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Why you should put your house in a trust in San Diego

put your house in a living trust

The following article on the importance of putting your San Diego house into a trust will provide a brief look into the main reasons why this is a good idea for California homeowners. However, this is simply an introduction into the topic of living trusts and home-ownership and should not be construed as legal advice specific to your situation.

Why you should put your house in a trust in San Diego

It is very important that you put your San Diego, California home in a trust. A living trust, also known as a family trust, allows your estate’s assets to avoid a San Diego probate. Avoiding probate means your estate will not be locked into a lengthy probate process that can last for years and cost as much as 5% of the total value of the estate.

In California, a home is valued at the appraised value, rather than how much equity you have in the home. For example, if you have a home appraised at $950,000 and a mortgage of $400,000, your home’s value for estate valuation purposes is $950,000, not $550,000. This is significant because probate fees are statutory (see below). Fees and are based on the total value of the estate. Therefore, the probate fees attributed to the value of the home would include the full appraised value of the home.

California’s statutory probate fees: 4% of the first 100,000 of the gross value of the probate estate; 3% of the next $100,000; 2% of the next $800,000; 1% of the next $9 million.

On a $950,000 home, probate attorney fees total $21,500 (not counting filing fees and home appraisal). The benefit to placing your home in a trust is that a living trust avoids California’s statutory probate fees and court costs.

As mentioned above, a San Diego probate can last a long time. At best, you are looking at 6 months. However, many probates can last a year or two. If a will contest occurs, probate litigation in San Diego can last for many years. A great way to prevent this delay is to put your house in a living trust. The typical timeline for trust administration is around 3-6 months.

Joint Tenancy

Your home may be currently in the name of you and your spouse in joint tenancy. This will allow your home to pass to the surviving spouse. However, the surviving spouse still needs a way to pass the property when he or she dies. Joint tenancy simply delays the inevitable. Further, if both spouses die together, the property must be probated. Therefore, joint tenancy is not the answer to avoiding probate of your home in California.

Last Will and Testament

Many people are under the impression that a will avoids probate in California because it becomes a testamentary trust when the executor dies. However, a last will and testament is subject to the probate court and simply gives the court instructions on how to distribute assets. A testamentary trust and a living trust are not the same thing. As a result, a will is not the answer to avoiding a San Diego probate.

How to Put Your House in a Trust

The following are some basic guidelines on the steps to place your house into your living trust.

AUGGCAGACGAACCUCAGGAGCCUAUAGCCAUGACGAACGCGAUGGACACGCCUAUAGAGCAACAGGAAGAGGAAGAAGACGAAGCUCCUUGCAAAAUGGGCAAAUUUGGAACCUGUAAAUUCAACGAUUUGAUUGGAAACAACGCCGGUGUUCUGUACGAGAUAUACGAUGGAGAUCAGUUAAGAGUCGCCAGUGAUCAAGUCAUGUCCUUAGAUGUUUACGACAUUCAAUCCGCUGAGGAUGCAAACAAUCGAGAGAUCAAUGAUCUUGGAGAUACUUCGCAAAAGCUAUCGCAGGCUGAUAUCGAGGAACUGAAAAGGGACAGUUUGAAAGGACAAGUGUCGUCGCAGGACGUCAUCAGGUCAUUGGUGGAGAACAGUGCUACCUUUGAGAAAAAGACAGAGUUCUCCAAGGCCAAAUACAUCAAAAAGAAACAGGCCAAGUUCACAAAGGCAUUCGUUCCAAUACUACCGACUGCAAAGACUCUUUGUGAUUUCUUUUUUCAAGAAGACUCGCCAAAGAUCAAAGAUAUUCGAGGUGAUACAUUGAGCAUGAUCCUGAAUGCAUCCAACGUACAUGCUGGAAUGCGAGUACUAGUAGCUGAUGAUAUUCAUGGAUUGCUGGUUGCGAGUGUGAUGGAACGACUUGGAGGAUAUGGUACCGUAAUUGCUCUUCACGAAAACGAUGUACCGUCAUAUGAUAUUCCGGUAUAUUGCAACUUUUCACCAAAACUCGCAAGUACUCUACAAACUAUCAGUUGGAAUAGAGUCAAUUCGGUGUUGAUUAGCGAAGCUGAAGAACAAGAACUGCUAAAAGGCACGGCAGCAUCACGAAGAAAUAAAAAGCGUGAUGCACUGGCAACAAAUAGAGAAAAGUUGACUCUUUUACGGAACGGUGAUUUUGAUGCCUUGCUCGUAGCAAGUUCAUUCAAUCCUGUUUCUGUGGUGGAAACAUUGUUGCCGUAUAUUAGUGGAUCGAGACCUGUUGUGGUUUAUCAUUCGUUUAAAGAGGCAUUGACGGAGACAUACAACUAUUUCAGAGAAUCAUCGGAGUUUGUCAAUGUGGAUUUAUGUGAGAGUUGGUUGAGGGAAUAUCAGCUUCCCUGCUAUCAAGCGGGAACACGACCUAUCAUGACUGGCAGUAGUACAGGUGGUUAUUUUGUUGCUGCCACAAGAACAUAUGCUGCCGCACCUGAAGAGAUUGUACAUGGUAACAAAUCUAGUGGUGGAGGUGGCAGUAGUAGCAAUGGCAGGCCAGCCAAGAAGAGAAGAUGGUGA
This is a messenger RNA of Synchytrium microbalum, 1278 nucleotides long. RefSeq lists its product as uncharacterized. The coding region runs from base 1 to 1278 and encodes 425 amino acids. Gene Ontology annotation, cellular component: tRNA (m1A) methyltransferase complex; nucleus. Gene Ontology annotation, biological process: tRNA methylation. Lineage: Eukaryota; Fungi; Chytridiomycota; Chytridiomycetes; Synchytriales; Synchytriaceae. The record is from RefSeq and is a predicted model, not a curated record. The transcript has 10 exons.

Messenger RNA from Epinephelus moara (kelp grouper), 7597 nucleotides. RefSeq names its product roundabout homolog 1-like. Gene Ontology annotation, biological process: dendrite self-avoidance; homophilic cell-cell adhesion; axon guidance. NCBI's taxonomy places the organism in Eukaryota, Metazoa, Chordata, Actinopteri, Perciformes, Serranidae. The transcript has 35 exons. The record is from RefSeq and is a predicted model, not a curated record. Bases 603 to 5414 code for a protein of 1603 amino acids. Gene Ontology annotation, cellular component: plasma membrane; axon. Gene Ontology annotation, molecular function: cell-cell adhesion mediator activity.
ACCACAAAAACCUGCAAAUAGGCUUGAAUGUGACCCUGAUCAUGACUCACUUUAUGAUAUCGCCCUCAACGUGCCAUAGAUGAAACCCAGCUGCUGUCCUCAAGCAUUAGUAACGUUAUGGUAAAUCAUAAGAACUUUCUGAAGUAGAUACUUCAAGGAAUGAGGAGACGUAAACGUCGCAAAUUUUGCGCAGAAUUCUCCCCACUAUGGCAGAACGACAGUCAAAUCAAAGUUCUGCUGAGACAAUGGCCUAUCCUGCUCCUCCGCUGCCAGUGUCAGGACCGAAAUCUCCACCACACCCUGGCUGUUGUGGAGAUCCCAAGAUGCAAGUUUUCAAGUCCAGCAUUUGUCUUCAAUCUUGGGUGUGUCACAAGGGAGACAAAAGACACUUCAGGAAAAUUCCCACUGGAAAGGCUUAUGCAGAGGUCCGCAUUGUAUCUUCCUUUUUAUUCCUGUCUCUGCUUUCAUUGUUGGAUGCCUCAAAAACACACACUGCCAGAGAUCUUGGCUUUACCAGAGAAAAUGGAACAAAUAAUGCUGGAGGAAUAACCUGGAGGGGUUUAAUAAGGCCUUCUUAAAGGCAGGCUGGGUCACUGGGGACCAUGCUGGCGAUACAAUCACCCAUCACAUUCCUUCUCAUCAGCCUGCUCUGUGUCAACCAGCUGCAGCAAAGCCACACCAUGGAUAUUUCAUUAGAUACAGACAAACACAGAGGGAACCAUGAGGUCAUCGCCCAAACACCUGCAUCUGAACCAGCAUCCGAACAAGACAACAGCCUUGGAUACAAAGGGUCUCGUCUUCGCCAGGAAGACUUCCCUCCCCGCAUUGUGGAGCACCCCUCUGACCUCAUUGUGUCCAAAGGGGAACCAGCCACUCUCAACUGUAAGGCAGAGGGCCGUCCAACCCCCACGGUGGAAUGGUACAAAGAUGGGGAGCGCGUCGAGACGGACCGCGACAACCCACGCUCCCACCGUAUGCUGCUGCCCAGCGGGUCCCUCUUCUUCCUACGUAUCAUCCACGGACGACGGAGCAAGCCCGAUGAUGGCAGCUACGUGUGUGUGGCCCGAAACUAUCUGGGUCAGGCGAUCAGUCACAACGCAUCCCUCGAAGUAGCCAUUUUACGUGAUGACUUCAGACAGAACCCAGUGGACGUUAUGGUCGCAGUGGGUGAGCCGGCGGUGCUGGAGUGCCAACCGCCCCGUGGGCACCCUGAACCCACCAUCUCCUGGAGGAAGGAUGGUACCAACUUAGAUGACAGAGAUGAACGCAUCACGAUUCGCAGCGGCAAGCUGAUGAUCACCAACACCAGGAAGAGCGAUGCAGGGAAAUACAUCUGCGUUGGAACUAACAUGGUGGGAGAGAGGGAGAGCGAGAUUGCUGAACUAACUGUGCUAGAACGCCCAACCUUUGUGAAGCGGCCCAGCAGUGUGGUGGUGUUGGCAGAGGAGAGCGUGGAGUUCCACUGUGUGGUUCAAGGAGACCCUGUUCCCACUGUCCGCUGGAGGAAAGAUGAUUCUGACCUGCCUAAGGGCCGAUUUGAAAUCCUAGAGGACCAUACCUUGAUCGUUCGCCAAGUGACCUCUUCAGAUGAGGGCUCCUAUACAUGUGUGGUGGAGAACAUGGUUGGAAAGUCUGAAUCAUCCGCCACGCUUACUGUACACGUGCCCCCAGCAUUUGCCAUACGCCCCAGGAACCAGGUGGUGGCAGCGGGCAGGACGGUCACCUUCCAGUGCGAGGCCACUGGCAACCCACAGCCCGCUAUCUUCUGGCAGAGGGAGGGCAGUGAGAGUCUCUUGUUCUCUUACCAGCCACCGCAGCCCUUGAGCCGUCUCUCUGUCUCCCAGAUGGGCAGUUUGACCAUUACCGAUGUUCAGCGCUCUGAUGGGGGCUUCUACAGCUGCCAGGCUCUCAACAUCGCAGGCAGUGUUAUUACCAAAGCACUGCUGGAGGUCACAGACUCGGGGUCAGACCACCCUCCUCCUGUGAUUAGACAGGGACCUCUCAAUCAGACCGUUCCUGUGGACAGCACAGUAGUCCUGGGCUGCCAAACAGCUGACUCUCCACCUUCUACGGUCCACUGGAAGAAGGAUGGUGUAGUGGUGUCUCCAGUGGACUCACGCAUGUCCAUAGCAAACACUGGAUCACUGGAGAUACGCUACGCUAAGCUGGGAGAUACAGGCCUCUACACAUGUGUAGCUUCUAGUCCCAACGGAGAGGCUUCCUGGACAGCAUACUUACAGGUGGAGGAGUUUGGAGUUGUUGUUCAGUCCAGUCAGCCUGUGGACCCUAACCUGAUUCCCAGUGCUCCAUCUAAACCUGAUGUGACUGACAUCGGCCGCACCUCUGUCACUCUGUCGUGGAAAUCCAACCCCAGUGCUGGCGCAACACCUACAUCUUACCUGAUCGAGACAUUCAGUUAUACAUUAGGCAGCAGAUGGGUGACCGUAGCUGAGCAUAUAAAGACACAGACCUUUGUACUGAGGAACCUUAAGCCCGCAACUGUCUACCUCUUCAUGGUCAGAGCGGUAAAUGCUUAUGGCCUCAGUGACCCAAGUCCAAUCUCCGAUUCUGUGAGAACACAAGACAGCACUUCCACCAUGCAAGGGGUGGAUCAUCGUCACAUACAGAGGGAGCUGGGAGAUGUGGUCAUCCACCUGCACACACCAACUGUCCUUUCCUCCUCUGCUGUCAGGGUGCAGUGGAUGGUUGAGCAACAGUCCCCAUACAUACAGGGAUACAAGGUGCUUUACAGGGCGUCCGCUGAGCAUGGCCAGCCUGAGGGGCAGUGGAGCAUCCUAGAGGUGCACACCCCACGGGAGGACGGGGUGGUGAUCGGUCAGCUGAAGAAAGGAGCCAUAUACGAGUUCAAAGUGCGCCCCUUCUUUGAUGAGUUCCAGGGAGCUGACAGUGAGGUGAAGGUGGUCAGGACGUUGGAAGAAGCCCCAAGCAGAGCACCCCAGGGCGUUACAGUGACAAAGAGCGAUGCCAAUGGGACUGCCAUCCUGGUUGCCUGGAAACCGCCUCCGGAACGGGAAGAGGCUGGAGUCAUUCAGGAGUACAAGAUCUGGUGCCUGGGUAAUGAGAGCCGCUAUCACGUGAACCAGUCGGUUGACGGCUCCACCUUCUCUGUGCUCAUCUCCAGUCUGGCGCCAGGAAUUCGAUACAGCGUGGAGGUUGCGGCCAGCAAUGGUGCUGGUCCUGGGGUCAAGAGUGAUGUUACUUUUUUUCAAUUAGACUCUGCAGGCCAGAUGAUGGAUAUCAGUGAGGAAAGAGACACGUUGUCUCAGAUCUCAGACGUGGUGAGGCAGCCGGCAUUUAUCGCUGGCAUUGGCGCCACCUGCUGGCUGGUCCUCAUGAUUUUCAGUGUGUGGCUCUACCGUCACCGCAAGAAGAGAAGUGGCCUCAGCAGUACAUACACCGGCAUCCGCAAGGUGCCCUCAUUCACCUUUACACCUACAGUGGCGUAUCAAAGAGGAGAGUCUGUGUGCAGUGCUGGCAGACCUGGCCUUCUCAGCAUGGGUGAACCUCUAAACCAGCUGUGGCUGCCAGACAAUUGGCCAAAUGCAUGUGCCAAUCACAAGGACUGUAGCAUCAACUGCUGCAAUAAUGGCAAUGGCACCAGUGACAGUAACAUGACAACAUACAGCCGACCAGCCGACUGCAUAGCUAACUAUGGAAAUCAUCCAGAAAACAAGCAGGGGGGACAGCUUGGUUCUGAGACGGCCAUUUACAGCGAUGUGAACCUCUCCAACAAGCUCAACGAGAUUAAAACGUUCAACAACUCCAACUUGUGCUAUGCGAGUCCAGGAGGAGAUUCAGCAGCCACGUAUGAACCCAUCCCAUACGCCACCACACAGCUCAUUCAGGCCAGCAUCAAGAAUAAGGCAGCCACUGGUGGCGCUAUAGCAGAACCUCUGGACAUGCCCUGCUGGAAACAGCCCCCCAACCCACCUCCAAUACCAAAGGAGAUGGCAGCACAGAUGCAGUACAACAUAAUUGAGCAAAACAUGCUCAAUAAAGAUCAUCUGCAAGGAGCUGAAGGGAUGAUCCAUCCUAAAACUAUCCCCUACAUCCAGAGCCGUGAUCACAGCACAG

You will need to fill out a grant deed. Included on the grant deed form will be the name of the person granting the property (the Grantor) and the person receiving the property (the Grantee). In this case, the Grantor will be the current owner (you or you and your spouse as joint tenants) and the Grantee will be the trustee of the trust. For example,

“JONATHAN SMITH and MICHELLE SMITH, trustees of THE SMITH FAMILY TRUST under written agreement dated April 15, 2014.”

Both Grantor and Grantee must sign the deed. You can sign the Grantor line with your regular signature and include the word “trustee” after your signature on the Grantee line.

You must also provide the description of the real property. Note: the exact wording used for the description should be used verbatim.

Include the Assesor’s Parcel Number (APN No.) and have the deed notarized by a notary public.

Make sure to include a preliminary change of ownership report form signed by the transferee (the Grantee). You can view the form by clicking here. Line K. of the PCOR form deals with transferring the real property into a trust. Be careful because if this is not done correctly it could trigger a property tax reassessment.

You may bring your documents in for recording. The following address were provided by the San Diego Assessor/Recorder/County Clerk page.

County Administration Center
1600 Pacific Highway, Suite 260
San Diego, CA 92101

El Cajon Branch
200 S. Magnolia Ave
El Cajon, CA 92020

San Marcos Branch
141 East Carmel St.
San Marcos, CA 92078

You may also mail in your documents for recording with a check, cashiers check or money order made payable to:

The San Diego County Assessor/Recorder/Clerk
P.O. Box 121750
San Diego, California 92112-1750

Consult with a Certified Specialist

Transferring your house into your living trust can be daunting. Due to the possible tax ramifications involved with transferring your real property into your trust it is advisable to seek out professional help. Give Harold a call today to consult with a San Diego Will and Trust Lawyer who is also a certified specialist by the State Bar of California in the areas of Estate Planning, Trust and Probate Law.

Thank you for reading our article, Why you should put your house in a trust in San Diego. Please contact us today for a free consultation.

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